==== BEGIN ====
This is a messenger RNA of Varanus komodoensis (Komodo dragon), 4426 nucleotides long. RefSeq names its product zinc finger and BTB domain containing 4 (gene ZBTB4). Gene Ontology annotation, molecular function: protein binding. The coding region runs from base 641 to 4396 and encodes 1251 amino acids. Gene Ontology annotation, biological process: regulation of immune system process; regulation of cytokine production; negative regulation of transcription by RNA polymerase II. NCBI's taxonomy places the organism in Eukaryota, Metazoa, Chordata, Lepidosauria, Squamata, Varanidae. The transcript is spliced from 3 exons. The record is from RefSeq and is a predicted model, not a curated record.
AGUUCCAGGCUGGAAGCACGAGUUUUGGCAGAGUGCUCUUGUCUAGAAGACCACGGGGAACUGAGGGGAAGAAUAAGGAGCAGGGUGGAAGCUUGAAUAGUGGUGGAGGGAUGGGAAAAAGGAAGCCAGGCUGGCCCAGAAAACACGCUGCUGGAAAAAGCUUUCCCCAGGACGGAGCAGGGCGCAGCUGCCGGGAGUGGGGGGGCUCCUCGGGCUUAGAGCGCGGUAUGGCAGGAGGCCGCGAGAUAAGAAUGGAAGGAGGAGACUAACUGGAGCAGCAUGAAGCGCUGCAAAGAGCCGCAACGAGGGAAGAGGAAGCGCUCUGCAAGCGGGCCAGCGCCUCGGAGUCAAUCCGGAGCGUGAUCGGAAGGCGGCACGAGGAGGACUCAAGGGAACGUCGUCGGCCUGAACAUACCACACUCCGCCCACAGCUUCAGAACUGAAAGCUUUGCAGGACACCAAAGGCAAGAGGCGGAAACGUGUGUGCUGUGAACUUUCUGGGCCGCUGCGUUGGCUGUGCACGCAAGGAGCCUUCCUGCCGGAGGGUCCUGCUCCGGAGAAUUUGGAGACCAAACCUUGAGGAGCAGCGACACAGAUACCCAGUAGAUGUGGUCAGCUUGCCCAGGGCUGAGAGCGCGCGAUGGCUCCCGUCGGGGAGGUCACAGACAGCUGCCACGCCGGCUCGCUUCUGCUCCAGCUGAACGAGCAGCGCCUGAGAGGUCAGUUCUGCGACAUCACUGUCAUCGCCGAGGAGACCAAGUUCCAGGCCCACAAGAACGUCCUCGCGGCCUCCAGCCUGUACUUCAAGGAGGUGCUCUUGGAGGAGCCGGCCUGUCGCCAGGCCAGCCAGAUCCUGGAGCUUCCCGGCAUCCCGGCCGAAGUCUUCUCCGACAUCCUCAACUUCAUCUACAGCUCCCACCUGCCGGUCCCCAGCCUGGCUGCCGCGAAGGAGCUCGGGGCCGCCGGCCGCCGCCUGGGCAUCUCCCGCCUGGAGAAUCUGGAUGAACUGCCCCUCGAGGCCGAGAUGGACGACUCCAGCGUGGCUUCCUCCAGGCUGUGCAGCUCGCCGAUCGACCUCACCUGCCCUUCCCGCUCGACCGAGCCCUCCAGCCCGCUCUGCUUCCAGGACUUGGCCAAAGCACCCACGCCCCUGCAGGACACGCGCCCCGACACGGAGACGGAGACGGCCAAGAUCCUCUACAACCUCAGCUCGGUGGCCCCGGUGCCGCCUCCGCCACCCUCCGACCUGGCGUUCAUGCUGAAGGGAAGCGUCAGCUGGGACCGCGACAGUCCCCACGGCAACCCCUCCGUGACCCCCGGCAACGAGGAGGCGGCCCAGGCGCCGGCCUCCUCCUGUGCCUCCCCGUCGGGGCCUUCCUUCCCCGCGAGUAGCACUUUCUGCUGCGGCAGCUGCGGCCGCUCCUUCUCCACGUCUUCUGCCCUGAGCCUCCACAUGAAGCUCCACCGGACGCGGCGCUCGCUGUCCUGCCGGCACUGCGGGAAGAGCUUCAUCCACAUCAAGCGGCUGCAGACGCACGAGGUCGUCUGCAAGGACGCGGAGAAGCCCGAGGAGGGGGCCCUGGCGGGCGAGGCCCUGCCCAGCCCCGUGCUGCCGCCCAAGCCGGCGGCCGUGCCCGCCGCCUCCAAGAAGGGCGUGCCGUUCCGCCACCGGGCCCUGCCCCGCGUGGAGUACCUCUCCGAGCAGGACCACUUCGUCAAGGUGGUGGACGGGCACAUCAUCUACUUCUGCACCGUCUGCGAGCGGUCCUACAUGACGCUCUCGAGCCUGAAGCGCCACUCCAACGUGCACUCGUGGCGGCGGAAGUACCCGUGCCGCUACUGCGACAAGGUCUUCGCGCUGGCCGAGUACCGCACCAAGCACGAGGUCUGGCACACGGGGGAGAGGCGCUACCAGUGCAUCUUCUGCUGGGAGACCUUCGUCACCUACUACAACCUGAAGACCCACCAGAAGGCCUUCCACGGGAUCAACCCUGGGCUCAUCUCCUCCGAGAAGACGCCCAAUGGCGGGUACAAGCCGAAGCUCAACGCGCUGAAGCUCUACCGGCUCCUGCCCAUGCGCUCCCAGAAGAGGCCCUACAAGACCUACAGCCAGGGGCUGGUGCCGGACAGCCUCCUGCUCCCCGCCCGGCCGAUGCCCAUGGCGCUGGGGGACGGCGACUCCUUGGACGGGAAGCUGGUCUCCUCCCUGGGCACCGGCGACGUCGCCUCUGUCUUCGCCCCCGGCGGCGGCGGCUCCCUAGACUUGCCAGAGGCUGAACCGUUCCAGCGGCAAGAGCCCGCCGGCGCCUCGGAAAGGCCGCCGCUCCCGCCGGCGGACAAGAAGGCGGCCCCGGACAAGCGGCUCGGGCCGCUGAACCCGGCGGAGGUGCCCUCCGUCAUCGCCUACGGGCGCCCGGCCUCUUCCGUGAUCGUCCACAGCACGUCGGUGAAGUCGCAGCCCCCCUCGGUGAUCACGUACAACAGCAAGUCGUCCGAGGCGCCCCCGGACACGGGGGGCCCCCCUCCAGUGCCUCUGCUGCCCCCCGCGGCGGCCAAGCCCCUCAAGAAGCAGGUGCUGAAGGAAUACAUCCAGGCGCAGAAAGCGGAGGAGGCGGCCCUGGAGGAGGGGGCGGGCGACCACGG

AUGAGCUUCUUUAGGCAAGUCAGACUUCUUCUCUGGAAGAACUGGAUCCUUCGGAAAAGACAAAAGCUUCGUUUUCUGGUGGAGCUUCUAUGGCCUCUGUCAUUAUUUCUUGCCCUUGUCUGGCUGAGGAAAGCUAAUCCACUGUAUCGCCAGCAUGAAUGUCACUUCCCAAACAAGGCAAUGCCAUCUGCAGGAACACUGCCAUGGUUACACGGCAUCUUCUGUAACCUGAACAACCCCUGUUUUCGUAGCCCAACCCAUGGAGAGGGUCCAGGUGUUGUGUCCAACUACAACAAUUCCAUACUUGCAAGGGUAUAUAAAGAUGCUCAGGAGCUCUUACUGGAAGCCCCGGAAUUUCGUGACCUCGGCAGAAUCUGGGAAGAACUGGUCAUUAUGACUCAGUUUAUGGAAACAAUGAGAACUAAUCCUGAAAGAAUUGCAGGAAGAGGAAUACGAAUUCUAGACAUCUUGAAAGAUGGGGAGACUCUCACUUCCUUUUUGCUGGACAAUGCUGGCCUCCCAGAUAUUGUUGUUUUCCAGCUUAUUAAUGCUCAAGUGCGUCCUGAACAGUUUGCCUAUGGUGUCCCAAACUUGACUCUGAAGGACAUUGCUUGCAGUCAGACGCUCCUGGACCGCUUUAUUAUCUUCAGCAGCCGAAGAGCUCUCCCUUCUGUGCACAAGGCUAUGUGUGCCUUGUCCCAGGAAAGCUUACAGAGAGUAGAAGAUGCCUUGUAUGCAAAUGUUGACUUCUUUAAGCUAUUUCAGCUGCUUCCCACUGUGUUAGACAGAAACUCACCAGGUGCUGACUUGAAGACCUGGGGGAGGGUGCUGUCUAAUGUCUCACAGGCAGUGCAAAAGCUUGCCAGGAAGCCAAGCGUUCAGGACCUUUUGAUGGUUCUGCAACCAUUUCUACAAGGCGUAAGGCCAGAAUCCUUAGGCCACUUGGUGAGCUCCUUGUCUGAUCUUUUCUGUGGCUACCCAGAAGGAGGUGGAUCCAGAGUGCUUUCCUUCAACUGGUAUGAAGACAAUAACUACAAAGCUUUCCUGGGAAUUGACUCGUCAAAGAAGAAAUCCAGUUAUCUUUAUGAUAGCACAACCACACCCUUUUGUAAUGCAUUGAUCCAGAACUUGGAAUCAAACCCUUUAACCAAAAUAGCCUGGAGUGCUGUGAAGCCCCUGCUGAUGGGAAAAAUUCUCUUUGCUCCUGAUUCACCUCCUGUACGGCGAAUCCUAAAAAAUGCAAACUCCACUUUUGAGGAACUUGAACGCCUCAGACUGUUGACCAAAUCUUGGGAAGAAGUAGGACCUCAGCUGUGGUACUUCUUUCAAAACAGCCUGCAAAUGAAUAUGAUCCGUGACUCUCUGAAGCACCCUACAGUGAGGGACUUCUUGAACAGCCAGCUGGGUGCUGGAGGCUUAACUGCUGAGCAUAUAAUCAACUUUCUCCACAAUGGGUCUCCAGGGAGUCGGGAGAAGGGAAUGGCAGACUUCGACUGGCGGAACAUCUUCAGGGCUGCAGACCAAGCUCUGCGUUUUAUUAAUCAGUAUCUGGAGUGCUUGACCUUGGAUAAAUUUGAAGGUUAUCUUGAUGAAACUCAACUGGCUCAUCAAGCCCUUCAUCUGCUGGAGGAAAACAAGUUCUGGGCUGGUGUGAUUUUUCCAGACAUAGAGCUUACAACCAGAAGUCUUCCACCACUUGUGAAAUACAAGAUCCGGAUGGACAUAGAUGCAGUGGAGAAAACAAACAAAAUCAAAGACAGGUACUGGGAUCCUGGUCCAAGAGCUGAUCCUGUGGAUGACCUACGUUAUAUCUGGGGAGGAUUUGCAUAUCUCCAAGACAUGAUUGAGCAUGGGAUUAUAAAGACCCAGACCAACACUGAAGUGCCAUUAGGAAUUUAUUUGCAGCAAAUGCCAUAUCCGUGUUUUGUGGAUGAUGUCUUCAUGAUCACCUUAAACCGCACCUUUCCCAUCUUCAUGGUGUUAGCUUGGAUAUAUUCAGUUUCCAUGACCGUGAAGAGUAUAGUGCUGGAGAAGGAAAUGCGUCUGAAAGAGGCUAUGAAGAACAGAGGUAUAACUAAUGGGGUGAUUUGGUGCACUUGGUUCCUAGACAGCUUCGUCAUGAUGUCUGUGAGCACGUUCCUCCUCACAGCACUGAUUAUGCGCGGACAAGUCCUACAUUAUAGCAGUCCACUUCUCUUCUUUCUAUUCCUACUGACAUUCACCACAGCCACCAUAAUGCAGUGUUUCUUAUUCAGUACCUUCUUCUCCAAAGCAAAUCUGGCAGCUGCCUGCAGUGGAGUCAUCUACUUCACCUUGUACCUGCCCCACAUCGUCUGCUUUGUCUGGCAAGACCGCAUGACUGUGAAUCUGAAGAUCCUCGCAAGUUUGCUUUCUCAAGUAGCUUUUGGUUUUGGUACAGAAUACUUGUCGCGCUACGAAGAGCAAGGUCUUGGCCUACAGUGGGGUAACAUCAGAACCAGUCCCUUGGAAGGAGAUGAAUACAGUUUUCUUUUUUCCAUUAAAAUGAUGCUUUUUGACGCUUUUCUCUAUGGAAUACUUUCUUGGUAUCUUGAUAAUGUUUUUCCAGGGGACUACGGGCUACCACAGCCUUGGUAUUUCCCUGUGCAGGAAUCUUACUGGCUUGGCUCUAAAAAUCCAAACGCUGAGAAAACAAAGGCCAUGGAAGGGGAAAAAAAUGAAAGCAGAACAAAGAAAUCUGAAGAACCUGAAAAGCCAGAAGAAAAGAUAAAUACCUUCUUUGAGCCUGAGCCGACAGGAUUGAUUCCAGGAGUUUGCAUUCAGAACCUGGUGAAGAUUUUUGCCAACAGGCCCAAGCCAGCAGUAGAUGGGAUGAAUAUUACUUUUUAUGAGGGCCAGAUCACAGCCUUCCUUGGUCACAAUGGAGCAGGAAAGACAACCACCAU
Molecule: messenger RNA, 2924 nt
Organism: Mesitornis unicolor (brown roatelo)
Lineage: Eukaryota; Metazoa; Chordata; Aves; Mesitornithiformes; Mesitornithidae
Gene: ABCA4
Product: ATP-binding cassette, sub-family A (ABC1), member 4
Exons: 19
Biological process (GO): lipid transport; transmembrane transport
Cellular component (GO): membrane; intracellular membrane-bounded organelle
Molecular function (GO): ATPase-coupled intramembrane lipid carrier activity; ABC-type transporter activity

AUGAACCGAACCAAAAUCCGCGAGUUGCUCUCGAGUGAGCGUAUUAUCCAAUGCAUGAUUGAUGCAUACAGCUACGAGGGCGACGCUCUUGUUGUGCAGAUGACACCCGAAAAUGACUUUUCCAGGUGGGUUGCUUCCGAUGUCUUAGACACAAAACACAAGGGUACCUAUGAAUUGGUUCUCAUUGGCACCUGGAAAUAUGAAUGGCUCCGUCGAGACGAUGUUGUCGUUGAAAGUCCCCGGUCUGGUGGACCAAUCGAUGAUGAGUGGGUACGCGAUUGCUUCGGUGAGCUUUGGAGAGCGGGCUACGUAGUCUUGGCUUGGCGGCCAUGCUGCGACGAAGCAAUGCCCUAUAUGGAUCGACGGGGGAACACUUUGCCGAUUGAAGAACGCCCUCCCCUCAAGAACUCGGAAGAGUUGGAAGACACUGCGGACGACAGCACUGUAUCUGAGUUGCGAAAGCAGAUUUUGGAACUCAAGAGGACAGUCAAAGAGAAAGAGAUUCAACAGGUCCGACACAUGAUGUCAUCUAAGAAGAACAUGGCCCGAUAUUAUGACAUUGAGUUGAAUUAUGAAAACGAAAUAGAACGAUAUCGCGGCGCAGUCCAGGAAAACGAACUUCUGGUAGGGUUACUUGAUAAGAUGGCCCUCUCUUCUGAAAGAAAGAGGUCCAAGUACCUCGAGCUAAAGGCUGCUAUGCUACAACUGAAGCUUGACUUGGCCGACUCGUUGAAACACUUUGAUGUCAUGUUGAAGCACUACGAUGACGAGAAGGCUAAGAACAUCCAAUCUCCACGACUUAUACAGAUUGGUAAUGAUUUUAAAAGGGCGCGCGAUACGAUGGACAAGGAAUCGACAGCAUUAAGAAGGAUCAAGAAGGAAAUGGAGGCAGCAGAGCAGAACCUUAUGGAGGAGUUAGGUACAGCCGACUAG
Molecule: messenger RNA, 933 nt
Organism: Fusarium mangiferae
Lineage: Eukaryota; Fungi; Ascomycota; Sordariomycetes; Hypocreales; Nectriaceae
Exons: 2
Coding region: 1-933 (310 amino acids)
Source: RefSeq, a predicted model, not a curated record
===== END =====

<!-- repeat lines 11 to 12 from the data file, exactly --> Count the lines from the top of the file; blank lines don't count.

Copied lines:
Cellular component (GO): membrane; intracellular membrane-bounded organelle
Molecular function (GO): ATPase-coupled intramembrane lipid carrier activity; ABC-type transporter activity